GPs warn of a ‘two-tiered NDIS’ leaving participants behind

Posted 1 month ago by David McManus
Are Australia’s regional and remote communities being left behind in the race to revitalise the NDIS? [Source: Shutterstock]
Are Australia’s regional and remote communities being left behind in the race to revitalise the NDIS? [Source: Shutterstock]

The NDIS Review revealed that not all participants have access to the supports they need from the NDIS ‘market’. Participants can find it hard to search for good services and connect with providers. Providers can find it hard to respond to what participants need.

Key points:

  • Approximately 41 percent of NDIS participants are aged 14 years and under
  • ‘Remote’ communities are categorised by the Modified Monash Model, 2019, which classifies locations into seven categories from major cities to very remote
  • People living in outer regional and remote areas are 24 percent more likely not to receive help due to no service being available than those living in major cities


The Royal Australian College of General Practitioners has renewed calls for greater National Disability Insurance Scheme support in rural Australian communities following the inquiry into participants’ experience in regional and remote Australia.

The Joint Standing Committee on the NDIS received a submission from the RACGP that stated consumers living in rural and remote areas face complex and unique health challenges that are entrenched in historic disadvantage and isolation.

RACGP President Dr Nicole Higgins said that no communities should be left behind, as healthcare policy has, historically, not considered the complexity of these demographics.

“No person with a disability, irrespective of where they live, should miss out on the care and support they need,” she said.

“The NDIS is a game changer full of opportunities, but people with a disability in the bush are being left behind. We have the solutions to significantly improve the NDIS outside of major cities.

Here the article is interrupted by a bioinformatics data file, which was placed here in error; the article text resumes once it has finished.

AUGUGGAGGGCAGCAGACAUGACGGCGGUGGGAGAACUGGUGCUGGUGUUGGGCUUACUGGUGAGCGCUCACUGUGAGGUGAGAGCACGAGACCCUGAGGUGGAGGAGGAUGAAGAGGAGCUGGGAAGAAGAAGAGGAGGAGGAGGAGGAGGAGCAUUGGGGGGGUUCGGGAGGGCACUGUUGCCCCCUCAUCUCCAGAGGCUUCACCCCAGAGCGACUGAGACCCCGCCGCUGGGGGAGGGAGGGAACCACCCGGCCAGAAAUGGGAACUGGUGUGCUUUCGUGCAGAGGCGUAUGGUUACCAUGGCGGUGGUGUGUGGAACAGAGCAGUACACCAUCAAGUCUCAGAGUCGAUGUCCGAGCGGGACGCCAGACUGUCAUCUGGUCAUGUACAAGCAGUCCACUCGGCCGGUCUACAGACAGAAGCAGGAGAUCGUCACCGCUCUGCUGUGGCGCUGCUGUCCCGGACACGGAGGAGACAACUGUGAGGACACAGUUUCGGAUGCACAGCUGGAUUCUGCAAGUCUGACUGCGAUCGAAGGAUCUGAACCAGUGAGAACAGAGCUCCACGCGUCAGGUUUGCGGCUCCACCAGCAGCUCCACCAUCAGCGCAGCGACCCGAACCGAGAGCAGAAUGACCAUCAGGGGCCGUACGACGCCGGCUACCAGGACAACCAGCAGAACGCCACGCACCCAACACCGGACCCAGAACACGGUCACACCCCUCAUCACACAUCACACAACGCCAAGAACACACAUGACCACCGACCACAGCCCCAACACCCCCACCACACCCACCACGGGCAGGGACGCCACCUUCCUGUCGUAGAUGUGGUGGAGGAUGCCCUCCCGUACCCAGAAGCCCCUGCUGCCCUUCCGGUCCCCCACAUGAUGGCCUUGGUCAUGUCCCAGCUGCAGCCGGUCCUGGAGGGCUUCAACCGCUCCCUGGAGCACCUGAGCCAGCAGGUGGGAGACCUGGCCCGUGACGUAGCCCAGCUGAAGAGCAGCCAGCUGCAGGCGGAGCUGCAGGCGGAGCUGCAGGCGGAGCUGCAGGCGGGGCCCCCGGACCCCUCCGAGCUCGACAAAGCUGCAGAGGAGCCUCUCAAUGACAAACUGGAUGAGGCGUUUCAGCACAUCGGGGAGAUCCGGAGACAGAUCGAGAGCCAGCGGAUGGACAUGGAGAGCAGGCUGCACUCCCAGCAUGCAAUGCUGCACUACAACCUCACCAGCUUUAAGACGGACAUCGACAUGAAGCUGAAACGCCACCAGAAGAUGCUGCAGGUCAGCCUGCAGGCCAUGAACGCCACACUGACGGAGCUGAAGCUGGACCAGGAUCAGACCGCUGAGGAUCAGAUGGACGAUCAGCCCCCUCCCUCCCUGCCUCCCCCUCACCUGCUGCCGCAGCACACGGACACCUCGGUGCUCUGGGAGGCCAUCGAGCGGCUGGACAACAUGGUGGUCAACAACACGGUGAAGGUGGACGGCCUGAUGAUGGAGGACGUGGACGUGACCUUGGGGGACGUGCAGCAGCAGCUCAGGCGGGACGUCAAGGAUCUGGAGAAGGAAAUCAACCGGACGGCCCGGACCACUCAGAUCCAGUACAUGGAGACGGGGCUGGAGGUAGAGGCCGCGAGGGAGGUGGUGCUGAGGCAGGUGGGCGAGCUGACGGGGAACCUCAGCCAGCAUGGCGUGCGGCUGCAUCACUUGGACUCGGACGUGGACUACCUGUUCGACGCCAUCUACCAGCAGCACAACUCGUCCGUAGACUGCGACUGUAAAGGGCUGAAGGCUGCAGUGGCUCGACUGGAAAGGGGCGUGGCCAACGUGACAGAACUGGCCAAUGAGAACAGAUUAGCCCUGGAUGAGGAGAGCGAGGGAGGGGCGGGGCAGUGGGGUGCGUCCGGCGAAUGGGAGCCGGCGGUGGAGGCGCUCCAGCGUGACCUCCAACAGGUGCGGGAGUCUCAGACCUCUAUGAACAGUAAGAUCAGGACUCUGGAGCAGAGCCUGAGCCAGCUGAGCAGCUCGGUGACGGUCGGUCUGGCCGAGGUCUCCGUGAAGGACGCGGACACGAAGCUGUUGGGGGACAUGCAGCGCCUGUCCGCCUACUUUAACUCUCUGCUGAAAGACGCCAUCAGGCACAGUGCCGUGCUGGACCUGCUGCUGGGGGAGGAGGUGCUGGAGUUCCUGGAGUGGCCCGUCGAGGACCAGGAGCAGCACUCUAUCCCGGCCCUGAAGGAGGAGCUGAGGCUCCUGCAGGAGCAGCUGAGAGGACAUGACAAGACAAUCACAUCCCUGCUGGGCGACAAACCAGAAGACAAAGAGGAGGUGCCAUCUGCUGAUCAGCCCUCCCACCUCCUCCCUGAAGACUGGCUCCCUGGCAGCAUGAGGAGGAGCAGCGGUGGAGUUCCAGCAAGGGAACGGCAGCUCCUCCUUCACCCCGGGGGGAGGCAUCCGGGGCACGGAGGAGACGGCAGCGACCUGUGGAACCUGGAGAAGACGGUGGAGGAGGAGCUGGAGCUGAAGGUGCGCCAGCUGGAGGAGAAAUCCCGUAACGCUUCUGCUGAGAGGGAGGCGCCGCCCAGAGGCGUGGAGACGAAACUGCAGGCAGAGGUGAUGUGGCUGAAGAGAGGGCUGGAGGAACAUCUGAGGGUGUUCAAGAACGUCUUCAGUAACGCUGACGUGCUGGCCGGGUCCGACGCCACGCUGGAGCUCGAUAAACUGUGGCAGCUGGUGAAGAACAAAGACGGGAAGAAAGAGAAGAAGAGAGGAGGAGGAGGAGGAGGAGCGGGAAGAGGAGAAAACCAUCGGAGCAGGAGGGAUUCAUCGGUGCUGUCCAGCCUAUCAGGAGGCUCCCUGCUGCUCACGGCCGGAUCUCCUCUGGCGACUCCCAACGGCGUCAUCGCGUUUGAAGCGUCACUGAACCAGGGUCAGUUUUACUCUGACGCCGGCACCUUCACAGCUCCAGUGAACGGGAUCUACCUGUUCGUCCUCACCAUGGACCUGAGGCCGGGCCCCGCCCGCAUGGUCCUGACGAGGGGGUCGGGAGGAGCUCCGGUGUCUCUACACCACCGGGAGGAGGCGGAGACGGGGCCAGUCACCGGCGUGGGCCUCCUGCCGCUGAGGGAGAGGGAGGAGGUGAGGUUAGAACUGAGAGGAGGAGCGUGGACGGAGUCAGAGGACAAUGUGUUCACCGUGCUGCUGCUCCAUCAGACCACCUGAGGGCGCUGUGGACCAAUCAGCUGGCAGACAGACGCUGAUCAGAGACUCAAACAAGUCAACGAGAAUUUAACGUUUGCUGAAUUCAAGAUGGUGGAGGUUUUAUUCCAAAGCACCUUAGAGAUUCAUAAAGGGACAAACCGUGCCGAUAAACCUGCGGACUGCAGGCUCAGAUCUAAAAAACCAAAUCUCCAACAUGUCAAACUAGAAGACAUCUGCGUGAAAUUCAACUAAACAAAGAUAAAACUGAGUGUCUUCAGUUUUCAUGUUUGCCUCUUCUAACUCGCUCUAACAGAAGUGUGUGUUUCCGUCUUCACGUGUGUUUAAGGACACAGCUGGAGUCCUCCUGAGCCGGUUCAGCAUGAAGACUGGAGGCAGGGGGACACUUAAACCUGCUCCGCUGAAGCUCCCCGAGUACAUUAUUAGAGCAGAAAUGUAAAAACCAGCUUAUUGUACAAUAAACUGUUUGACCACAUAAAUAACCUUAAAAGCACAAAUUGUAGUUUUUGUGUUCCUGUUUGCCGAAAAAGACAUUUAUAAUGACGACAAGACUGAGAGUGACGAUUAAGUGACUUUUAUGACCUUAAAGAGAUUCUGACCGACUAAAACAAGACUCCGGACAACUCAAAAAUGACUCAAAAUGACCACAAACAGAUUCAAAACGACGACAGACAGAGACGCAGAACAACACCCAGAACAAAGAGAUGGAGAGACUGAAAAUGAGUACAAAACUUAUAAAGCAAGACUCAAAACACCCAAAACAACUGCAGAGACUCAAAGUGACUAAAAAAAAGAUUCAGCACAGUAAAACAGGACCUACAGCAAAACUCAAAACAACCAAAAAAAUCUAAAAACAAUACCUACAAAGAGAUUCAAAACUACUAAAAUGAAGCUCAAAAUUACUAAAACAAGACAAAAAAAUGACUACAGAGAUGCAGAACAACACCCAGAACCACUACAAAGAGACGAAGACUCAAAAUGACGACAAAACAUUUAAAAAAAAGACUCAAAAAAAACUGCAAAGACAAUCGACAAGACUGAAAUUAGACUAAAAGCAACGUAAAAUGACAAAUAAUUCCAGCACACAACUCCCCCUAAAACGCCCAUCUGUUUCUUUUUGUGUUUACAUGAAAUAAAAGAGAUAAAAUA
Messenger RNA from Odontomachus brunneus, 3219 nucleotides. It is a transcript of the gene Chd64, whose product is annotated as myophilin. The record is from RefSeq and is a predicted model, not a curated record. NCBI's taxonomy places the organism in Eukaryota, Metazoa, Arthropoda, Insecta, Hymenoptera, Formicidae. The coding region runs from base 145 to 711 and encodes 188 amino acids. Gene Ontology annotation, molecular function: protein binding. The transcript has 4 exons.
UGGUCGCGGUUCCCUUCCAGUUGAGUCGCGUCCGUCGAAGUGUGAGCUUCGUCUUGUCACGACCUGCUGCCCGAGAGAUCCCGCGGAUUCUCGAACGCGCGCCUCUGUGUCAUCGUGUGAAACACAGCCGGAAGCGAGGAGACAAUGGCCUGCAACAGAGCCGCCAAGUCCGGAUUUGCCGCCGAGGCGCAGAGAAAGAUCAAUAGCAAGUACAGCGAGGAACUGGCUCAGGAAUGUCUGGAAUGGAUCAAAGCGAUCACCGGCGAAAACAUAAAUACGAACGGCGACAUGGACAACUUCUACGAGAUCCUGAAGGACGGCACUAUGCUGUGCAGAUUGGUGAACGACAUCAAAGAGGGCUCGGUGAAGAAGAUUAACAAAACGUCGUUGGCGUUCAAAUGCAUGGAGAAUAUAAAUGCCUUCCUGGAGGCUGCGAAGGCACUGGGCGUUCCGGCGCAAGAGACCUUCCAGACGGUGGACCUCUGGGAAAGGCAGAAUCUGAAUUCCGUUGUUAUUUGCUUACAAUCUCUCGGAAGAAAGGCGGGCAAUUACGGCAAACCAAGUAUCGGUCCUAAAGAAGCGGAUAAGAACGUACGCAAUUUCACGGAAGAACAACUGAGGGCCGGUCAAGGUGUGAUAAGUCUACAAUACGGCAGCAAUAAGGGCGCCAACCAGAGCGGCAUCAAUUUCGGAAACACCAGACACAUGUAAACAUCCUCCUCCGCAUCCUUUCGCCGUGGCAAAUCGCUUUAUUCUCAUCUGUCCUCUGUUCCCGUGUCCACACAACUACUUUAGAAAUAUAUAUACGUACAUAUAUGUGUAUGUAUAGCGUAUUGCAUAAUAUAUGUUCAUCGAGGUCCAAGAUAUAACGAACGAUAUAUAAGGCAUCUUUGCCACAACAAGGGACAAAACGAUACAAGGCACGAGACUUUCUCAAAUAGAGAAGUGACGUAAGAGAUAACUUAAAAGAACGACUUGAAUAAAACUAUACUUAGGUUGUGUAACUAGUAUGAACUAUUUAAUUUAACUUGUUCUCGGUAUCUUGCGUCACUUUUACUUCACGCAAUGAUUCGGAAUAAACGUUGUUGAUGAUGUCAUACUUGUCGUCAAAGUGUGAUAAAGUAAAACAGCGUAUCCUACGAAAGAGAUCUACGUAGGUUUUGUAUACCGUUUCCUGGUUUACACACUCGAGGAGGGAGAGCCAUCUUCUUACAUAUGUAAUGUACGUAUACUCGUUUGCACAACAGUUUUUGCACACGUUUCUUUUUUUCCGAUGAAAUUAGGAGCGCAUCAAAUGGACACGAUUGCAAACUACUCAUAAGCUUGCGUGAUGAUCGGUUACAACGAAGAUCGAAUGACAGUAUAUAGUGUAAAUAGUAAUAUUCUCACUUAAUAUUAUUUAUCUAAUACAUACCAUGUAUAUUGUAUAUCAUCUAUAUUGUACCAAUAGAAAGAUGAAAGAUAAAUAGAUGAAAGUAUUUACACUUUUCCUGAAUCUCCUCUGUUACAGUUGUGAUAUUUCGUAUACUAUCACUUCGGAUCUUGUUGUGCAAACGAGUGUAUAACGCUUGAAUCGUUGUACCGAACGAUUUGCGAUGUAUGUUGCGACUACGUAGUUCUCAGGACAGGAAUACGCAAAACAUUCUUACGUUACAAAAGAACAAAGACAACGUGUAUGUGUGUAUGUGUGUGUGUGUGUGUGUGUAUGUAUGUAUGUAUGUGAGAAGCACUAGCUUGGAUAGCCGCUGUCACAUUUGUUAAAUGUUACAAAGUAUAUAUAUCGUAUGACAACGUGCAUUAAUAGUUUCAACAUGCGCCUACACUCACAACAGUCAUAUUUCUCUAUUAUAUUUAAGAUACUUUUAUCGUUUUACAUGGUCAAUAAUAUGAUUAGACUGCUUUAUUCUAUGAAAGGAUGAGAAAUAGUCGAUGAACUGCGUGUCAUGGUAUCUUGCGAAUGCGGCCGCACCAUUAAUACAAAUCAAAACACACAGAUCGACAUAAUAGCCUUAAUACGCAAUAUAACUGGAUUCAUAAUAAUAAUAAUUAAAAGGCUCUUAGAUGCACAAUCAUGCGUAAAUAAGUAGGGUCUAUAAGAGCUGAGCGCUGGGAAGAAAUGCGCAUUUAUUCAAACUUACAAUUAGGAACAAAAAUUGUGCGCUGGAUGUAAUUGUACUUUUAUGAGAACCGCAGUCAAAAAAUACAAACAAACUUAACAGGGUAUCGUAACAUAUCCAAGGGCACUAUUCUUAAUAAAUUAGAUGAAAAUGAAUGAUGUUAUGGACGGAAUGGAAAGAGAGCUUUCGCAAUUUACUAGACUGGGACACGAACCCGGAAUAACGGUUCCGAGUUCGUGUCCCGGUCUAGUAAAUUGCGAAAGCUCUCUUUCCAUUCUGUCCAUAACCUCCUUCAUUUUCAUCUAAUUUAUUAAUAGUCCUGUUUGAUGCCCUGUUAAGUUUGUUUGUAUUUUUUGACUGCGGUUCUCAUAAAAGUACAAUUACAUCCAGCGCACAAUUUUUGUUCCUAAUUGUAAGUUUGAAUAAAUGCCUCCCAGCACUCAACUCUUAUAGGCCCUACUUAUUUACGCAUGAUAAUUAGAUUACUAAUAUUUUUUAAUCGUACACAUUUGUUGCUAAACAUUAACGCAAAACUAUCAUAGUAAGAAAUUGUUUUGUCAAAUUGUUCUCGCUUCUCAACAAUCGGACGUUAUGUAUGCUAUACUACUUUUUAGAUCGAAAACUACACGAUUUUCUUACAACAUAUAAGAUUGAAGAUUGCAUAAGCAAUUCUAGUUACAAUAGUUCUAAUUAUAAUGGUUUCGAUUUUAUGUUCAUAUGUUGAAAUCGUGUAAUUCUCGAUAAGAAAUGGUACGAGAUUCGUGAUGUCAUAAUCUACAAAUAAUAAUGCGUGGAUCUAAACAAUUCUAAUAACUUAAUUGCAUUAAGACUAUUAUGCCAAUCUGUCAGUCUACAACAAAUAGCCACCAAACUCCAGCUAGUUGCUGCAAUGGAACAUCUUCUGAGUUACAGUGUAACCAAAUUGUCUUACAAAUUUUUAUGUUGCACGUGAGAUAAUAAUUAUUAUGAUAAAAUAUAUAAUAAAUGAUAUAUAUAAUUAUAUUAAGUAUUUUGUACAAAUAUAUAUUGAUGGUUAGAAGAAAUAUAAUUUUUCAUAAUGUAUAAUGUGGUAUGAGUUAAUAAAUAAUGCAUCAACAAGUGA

“The Medicare rebate system makes our job helping patients looking to access the NDIS near impossible and that must change.

A GP’s time is sorely limited and we aren’t remunerated for the time spent writing lengthy reports to support NDIS applications when patients aren’t present.

“This is particularly challenging outside of our cities, as rural GPs work within a varied scope due to limited local health services and play such a versatile role meeting the diverse needs of their community. So, for them, there is an even higher administrative and financial burden — also, Medicare doesn’t adequately recognise the work we do coordinating multidisciplinary care teams and we’re not supported to liaise with NDIS service providers.


The submission recommended that the government should:

  • bolster the rural and remote healthcare workforce, including the GP workforce;
  • end changes to payroll tax, to ensure that rural and remote practices can continue servicing rural and remote communities;
  • support innovations in rural general practice, including flexible pathways for additional training, such as rural generalist pathways;
  • commit funding to support additional college-led training programs to create rural-specific training and continuous professional development courses for GPs managing disability and NDIS pathways;
  • review the recruitment process of the NDIS workforce and implement mandatory minimum checks and training requirements for working with vulnerable cohorts.